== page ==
Barracuda Notebook: ‘Solo’ Brett Drewitt finds a lonely course |

Barracuda Notebook: ‘Solo’ Brett Drewitt finds a lonely course

Darrell Moody
Luke List, along with his caddie, watch his approache shot to the green on Hole No. 5 Saturday at Montreux during the third round of the Barracuda Championship. List hit is closer than any of the final four groups, but missed his birdie putt.
Adam Trumble / Nevada Appeal |

RENO — Brett Drewitt was the “rabbit” Saturday morning at the 19th annual Barracuda Championship.

A total of 71 golfers made the cut, meaning somebody had to play a solo round, and that honor, if you will, fell to Drewitt at 8:55 a.m.

Drewitt, who entered the round with 10 points and added 6 (70 stroke score) to finish with 16 points through 54 holes, played the course in 3-hours 20-minutes.

It was a fast round, but nowhere near the 2-hour 51-minute round recorded by Richard S. Johnson of Sweden back in 2004. Johnson shot a final-round 8-under 64 that day, and was gone from the course before any media members could talk to him.

“It was good and bad,” Drewitt said when asked what it was like to play solo. “It was a little weird.

“It was nice not having to wait for people to putt out. But if you take a big divot your caddie has to replace it, and if you hit out of a bunker, your caddie has to rake the trap, so you are still waiting (sometimes).”

Drewitt said he had to caution himself not to play too fast; keep playing at a comfortable level.

“I played pretty well,” he said. “I had a little trouble on 12 and 13 (double bogey and bogey), but then I had two straight birdies after that.”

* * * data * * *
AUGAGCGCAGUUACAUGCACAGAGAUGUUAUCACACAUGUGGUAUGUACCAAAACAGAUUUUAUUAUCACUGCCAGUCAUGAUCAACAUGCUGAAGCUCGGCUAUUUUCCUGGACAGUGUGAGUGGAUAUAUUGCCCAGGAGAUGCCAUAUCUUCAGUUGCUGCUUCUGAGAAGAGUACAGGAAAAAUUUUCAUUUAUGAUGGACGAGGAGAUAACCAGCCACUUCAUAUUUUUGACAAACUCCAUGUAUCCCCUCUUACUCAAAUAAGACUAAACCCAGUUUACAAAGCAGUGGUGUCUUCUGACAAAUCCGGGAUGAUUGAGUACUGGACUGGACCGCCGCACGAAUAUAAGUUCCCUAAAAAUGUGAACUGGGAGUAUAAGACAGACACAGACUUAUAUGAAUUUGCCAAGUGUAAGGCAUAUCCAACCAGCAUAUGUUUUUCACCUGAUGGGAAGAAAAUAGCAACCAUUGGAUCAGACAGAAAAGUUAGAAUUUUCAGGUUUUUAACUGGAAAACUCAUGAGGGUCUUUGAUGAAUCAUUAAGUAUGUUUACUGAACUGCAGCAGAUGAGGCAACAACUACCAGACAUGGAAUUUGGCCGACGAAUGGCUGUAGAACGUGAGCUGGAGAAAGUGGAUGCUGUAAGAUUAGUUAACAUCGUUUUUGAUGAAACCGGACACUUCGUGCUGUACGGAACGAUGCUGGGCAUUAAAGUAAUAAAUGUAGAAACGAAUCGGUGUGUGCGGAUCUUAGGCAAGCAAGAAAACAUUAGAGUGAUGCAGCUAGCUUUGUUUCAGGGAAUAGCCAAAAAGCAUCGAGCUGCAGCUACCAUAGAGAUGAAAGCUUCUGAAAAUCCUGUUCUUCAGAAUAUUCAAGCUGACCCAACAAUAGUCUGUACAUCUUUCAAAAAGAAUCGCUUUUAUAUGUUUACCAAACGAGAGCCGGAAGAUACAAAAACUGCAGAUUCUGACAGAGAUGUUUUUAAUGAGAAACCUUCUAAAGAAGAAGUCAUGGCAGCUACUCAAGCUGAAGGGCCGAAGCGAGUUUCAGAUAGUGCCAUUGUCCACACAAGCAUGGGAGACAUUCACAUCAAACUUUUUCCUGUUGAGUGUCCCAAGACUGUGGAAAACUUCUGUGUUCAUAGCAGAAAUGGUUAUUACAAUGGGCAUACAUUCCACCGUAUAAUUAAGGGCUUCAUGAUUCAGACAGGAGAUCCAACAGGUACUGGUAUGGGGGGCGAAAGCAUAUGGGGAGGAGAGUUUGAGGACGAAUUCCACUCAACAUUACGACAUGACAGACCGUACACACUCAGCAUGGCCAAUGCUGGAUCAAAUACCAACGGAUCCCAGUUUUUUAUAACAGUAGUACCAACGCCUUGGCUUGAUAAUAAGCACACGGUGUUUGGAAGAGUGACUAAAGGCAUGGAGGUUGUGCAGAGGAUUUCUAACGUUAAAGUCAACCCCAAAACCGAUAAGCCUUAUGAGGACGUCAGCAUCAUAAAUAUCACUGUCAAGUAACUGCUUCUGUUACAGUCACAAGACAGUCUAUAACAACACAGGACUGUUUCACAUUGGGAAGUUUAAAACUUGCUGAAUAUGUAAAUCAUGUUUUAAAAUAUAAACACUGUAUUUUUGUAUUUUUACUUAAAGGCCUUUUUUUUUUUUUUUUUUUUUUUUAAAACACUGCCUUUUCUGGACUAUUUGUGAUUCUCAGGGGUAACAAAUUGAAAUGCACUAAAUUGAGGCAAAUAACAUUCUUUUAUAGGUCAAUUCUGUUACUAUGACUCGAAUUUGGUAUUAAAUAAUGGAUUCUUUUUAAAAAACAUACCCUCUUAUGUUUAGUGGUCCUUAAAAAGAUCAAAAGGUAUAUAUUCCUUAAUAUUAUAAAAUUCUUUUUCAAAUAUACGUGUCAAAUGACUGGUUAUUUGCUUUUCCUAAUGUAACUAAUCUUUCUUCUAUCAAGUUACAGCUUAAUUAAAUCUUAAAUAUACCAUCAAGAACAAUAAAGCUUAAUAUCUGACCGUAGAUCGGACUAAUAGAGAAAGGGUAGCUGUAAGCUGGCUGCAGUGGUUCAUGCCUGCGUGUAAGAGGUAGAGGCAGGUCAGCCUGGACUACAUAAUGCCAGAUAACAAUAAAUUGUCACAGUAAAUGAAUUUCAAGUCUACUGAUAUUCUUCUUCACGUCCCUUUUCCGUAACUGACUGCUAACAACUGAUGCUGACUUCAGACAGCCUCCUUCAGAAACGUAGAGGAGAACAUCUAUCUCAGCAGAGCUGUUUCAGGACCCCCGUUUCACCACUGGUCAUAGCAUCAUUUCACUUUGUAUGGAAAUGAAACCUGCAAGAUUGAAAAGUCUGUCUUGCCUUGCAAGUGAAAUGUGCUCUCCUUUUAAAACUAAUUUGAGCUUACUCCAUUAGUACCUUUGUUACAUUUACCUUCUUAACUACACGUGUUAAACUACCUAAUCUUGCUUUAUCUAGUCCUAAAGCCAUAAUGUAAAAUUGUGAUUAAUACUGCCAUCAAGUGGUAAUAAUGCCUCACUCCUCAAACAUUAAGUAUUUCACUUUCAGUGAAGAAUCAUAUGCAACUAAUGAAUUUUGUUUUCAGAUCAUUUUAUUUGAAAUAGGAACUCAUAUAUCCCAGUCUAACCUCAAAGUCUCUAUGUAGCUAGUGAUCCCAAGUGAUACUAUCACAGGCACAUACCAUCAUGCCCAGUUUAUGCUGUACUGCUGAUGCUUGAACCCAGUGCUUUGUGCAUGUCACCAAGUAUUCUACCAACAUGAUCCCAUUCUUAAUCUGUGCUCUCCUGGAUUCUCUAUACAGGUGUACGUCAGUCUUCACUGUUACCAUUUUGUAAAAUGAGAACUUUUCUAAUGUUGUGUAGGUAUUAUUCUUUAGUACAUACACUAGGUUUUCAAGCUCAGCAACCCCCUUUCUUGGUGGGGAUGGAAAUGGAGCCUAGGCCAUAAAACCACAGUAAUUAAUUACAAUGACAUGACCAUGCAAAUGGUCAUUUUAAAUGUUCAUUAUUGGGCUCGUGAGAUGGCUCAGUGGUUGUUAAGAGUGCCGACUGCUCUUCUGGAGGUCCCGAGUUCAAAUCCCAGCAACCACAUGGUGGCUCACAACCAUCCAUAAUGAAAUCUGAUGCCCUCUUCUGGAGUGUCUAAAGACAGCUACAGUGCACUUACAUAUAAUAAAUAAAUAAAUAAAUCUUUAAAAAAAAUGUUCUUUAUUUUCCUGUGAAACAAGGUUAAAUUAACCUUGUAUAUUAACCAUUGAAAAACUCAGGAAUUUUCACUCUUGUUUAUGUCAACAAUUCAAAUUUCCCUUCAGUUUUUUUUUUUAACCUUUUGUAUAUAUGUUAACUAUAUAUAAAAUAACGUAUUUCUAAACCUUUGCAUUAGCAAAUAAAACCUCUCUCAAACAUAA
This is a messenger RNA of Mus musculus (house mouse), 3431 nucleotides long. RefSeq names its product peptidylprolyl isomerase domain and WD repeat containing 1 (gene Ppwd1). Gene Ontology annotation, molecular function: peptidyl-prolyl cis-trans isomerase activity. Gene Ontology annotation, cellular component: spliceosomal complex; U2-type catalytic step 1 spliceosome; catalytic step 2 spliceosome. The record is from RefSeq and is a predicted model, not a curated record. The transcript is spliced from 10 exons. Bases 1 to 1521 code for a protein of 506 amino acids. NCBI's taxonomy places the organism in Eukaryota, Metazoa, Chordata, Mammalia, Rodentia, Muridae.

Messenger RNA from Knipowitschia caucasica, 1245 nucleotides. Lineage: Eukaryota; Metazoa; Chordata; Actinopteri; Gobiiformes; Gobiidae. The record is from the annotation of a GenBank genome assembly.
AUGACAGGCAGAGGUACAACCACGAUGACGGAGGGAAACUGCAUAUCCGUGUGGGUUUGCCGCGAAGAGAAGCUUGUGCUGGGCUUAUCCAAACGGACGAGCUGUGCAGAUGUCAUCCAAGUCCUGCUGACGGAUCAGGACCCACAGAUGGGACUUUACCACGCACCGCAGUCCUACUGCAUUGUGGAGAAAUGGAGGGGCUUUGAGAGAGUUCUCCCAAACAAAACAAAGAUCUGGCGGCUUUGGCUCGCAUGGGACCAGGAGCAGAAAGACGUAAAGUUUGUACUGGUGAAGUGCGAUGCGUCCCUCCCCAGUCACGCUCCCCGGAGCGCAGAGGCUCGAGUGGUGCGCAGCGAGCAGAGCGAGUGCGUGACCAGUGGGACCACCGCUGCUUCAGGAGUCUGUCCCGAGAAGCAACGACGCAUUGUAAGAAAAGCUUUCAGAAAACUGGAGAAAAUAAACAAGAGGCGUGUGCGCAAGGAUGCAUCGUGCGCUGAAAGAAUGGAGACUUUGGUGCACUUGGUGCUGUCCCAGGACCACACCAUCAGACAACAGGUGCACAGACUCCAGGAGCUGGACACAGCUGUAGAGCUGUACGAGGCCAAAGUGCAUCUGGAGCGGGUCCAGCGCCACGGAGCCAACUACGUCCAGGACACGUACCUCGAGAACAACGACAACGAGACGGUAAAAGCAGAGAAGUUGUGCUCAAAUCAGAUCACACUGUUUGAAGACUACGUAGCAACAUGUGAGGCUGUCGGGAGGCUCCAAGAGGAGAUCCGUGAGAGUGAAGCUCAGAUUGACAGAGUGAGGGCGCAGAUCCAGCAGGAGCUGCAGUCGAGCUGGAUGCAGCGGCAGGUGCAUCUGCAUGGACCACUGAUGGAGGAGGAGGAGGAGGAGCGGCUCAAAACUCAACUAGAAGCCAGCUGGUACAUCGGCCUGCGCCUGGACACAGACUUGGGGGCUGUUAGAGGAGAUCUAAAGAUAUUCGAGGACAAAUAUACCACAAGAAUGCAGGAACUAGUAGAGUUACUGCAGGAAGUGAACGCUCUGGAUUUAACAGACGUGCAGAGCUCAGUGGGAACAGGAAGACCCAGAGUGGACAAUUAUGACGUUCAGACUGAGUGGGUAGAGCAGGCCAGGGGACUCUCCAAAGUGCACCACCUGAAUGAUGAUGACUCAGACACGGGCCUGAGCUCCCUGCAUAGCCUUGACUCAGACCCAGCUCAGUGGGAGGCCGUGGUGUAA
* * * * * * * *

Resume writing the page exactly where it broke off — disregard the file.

He certainly won’t have to worry about playing solo today since Graham DeLaet dropped out, leaving the field at 70.


Saturday is considered moving day on the PGA Tour, and Rory Sabbatini vaulted up the leaderboard.

Sabbatini scored 13 points and moved from a tie for 45 to a tie for 16th.

Sabbatini recorded two eagles, but also had a double-bogey and two bogeys in his 13-point round that vaulted him into contention heading into today’s final round.

“Yeah, obviously I gave myself a chance,” Sabbatini said. “I’ve got to go out there (today) and probably do something similar; score a lot of points and give myself a better opportunity. But yeah, the scores are out there. It’s just taking advantage of the golf course.”

Sabbatini racked up six points with birdie putts of 5, 10 and 8-feet, respectively on Nos. 2, 4 and 6. His first eagle came on No. 8

After pars on Nos. 9 through 12, he chipped in from the fringe for an eagle on the par-5 13th, and then drained a 10-footer on 14.

“Yeah, I hit driver to the right side of the fairway and then hit a 5-wood to about 25 feet from the hole, just pin high left on the fringe and putted in for eagle,” Sabbatini said. “On 13, I hit driver in the fairway, hit an 8-iron on the right fringe, and probably about 13, 14 feet from the hole, and chipped that one in for eagle.”

He ran into trouble on 18, hitting his second shot into the water. After the drop, he hit his fourth shot 17 feet from the hole, but ran the par putt 2 feet past the hole.


Due to potential afternoon weather, tournament officials have decided to use split tees for today’s final round starting at 7:39 a.m.

The leaders will tee off around 9:40 a.m.


The two toughest holes were on the front side – Nos. 1 and 5. The 494-yard par-4 1st played to a 4.271 and the 491-yard par-4 5th played to a 4.20.

The easiest hole was the par-5 13th, and it played to a 4.457. The second-easiest hole was the 2nd, a 571-yard par-5. It played to a 4.514.


Boise State alum Graham DeLaet withdrew from the tourney during the fifth hole. He told tournament officials he had injured his back.

Smylie Kaufman withdrew after the third round. Kaufman had a minus-7 on Saturday.